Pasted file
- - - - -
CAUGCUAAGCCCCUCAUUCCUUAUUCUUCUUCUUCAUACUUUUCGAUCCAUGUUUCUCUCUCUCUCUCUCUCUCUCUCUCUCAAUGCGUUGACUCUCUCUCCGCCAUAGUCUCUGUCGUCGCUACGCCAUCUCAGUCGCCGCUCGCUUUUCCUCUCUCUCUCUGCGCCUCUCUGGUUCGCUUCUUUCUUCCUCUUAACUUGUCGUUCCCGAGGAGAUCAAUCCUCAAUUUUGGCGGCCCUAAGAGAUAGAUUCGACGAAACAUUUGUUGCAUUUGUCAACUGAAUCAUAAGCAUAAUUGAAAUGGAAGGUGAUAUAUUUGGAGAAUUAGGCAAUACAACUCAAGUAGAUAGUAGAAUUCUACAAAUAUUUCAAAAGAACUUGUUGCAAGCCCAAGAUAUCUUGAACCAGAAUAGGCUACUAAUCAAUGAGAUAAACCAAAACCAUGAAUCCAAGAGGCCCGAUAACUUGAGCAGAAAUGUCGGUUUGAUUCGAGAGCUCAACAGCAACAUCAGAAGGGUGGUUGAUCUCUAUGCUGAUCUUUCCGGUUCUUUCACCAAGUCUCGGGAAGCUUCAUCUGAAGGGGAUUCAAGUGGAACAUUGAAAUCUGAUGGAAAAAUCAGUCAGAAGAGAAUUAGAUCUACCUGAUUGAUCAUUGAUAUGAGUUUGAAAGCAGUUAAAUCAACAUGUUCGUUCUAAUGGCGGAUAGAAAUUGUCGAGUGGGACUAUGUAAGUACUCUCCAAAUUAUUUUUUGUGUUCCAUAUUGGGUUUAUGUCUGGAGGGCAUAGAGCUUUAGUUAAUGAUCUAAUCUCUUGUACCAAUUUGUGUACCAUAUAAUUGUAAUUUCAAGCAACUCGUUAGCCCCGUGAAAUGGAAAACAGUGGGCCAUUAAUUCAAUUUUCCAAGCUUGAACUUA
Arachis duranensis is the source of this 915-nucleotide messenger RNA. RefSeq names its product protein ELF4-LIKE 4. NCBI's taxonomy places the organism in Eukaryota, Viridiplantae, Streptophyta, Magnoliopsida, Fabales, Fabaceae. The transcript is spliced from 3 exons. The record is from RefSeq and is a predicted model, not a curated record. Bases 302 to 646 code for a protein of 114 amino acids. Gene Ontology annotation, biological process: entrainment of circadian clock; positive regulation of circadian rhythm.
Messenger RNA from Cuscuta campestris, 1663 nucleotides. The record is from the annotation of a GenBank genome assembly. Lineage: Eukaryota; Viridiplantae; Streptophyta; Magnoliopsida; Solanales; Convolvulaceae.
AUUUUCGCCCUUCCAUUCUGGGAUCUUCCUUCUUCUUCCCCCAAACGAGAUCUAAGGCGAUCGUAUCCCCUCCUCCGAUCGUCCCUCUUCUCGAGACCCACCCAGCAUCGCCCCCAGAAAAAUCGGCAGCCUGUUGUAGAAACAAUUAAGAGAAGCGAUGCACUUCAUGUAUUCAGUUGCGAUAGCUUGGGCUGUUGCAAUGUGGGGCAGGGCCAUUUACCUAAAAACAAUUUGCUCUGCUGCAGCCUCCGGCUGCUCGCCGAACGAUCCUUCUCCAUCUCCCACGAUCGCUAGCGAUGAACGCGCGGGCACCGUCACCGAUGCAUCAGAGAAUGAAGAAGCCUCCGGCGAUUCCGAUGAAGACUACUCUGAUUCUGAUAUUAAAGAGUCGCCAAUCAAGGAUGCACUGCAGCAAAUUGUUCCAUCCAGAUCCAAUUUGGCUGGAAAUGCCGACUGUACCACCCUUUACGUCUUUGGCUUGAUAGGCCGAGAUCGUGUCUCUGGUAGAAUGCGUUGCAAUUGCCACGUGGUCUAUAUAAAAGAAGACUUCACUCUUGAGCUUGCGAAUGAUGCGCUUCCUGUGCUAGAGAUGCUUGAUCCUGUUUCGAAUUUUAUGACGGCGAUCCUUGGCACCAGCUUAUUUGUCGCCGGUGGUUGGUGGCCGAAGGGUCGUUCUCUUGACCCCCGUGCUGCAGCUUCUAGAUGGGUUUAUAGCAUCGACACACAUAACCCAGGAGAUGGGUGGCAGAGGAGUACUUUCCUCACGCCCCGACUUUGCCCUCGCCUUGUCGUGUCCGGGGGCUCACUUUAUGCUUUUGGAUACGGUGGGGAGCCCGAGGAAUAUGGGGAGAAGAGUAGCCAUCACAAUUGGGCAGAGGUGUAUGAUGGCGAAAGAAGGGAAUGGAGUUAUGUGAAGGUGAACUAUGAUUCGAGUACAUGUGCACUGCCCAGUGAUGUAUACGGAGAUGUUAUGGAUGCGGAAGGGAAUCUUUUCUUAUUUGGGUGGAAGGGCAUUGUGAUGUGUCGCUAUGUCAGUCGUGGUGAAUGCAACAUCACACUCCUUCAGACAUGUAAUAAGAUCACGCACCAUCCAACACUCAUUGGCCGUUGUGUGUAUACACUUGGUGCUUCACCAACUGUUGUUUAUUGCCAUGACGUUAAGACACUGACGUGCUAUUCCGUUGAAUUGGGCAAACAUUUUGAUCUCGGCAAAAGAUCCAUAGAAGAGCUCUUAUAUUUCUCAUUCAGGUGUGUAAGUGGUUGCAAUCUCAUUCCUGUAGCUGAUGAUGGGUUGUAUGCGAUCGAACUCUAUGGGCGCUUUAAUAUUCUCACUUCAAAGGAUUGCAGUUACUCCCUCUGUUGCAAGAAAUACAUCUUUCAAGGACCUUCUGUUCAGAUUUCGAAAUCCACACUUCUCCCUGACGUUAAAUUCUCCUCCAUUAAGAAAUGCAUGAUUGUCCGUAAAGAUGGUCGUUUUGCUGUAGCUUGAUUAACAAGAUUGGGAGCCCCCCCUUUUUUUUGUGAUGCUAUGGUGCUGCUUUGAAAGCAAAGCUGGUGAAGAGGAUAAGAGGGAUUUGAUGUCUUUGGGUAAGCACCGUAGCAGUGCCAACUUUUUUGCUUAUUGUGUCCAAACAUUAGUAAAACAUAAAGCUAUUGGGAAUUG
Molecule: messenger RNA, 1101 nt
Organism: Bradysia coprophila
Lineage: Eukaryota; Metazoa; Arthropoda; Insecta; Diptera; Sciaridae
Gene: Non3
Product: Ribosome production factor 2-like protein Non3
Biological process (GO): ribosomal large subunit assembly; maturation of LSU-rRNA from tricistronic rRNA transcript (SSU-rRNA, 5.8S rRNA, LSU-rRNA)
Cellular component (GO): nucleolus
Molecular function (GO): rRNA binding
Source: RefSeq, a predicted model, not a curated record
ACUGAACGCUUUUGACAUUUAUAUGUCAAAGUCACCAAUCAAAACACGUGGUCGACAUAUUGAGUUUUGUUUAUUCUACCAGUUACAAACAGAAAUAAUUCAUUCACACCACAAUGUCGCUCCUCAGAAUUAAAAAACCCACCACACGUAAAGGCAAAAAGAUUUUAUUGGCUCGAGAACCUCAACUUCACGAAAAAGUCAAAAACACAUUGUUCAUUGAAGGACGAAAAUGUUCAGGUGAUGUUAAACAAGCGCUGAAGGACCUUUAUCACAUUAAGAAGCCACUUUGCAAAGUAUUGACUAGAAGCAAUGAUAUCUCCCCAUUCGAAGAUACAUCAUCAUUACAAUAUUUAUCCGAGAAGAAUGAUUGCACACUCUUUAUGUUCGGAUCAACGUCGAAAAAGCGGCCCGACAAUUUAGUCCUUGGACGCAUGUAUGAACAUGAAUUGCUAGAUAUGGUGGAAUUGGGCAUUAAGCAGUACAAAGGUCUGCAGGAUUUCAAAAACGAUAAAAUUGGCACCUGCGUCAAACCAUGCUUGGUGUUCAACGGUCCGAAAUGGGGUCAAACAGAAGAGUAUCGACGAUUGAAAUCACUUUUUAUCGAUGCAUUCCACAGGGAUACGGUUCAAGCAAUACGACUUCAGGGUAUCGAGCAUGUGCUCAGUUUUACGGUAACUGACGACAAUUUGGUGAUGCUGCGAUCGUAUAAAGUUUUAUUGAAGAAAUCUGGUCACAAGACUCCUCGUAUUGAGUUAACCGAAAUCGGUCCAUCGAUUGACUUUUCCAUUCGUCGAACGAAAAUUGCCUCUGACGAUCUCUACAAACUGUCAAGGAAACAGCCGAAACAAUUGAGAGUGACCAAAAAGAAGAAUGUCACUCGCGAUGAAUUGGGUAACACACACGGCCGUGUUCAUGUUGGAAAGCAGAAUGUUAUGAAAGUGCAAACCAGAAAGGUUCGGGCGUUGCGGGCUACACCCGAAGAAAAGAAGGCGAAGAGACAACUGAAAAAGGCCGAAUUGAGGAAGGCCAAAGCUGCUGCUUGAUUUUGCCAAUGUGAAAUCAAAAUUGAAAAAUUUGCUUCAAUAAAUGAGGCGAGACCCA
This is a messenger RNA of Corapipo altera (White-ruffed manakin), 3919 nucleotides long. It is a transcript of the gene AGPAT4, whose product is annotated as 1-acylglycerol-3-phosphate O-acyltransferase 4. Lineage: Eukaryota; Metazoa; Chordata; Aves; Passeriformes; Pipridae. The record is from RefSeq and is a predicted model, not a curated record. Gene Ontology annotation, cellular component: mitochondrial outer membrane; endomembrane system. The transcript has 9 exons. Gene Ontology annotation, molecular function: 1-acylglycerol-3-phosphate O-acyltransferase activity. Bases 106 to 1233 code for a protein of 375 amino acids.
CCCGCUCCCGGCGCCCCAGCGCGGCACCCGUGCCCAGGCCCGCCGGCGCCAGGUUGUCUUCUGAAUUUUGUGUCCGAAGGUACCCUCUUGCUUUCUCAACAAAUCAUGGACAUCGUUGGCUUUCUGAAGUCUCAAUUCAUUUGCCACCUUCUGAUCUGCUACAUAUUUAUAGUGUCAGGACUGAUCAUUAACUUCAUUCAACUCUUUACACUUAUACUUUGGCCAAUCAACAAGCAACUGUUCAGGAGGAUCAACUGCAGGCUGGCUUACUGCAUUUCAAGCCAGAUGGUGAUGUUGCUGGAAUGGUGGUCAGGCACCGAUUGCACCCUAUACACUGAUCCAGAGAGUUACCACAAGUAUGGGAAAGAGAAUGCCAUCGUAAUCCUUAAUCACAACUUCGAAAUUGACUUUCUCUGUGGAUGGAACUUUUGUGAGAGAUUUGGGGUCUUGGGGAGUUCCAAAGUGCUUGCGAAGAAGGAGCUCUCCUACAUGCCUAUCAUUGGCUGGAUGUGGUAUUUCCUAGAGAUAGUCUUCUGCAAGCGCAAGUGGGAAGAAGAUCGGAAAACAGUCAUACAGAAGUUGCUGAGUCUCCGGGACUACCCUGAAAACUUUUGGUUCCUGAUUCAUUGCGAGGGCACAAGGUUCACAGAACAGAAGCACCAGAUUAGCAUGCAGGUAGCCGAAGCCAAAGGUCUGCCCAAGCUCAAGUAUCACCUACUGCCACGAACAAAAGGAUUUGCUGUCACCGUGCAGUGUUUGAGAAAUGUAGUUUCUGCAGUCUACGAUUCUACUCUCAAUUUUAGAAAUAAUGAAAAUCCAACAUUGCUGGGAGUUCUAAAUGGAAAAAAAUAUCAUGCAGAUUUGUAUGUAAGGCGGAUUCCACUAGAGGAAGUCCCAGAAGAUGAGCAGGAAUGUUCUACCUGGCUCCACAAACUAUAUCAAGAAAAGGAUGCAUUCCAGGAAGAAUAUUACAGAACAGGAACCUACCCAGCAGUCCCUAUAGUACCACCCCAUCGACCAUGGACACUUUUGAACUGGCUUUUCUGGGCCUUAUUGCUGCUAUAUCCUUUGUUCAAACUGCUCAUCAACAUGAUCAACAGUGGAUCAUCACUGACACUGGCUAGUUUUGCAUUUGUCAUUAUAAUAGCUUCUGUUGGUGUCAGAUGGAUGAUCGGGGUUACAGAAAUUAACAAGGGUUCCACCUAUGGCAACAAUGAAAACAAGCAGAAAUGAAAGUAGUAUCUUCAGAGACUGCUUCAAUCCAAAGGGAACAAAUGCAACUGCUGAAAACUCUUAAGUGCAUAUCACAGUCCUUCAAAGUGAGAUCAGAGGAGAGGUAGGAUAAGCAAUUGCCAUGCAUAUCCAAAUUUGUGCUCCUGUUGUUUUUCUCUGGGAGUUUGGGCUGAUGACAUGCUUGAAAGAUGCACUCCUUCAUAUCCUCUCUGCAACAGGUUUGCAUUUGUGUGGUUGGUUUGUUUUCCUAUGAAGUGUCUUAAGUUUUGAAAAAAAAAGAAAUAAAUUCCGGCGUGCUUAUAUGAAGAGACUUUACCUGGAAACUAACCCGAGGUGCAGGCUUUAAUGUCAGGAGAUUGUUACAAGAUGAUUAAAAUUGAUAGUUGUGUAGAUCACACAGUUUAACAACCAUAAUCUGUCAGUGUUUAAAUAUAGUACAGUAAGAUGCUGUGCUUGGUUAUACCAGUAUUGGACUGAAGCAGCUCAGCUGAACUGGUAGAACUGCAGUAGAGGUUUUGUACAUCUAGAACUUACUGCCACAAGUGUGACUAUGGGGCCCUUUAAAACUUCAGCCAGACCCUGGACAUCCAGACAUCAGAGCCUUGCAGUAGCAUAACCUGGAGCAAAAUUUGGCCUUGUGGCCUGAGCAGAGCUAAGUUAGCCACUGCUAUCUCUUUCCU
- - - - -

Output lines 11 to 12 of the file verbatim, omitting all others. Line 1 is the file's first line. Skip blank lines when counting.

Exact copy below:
Cellular component (GO): nucleolus
Molecular function (GO): rRNA binding